The Sandia Crest Tramway is one of three exciting field trips being offered at this year’s TWS Annual Conference in Albuquerque, New Mexico. Conference registration opens in May. Visit twsconference.org for more details.
Where can you hop on the longest tramway in North America and zip up to 10,400 feet in elevation to look out over desert, deep canyons, short-grass prairie, coniferous forest, alpine tundra and craggy peaks? See for yourself this September on the field trip planned to the Cibola National Forest’s Sandia Mountains in Albuquerque, New Mexico, for TWS’ 24th Annual Conference.
“It’s a really unique experience,” said Esther Nelson, a wildlife biologist with the Forest Service in the Sandia Ranger District, where the Sandia Peak Tramway operates. “You’re not going to see something like that every day.”
Nelson is planning three half-day trips for conference attendees interested in learning about this national forest area and wildlife in the Southwest. It’ll start with a 45-minute drive from the convention center to the tramway, followed by a rapid 4,000-foot ascent to the Sandia Crest.
Nelson believes the nearly 3-mile, 15-minute ride up will be the most exciting part of the trip.
“It’s an amazing view,” she said. “Absolutely beautiful.”
Once on top, she’ll tell participants more about the district, its wildlife and its recreational opportunities. Attendees will get the chance to explore the Sandia Mountain Wilderness trails for an hour on one of several possible hikes, grab lunch at the restaurant on the summit and check out the gift store before heading back with the group.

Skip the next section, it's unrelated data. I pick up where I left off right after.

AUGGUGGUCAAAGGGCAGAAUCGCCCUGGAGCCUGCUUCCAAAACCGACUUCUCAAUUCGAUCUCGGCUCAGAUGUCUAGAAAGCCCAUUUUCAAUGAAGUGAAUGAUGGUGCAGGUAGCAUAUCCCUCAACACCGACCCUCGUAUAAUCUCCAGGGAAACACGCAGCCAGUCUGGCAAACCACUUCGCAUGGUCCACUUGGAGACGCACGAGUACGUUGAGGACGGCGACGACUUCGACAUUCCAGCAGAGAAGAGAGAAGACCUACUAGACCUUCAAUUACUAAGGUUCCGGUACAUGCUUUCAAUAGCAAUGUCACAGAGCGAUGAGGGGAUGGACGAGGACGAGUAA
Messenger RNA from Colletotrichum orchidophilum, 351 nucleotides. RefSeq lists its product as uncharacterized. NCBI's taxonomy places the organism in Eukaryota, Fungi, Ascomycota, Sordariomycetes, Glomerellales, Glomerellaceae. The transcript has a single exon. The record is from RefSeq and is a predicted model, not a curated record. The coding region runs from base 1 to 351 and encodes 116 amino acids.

Be sure to keep your eyes peeled for mule deer (Odocoileus hemionus), chipmunks (Tamias), Abert’s squirrels (Sciurus aberti), fence lizards (Sceloporus undulatus), migrating hawks and other wildlife with the changing altitude.
“I’m hoping participants will see New Mexico as not just a big desert,” Nelson said. “It has a lot of diversity in habitat and terrain.”
Nelson suggests bringing a small backpack, water and snacks. Pack layers, too, as the mountaintop can be 30 degrees colder than Albuquerque.
Visit twsconference.org for more information and to check out our two other exciting conference field trips. Spots are limited and are first-come, first-served, so be sure to register for the conference early!
|Julia John is a science writer at The Wildlife Society. Contact her at firstname.lastname@example.org with any questions or comments about her article.|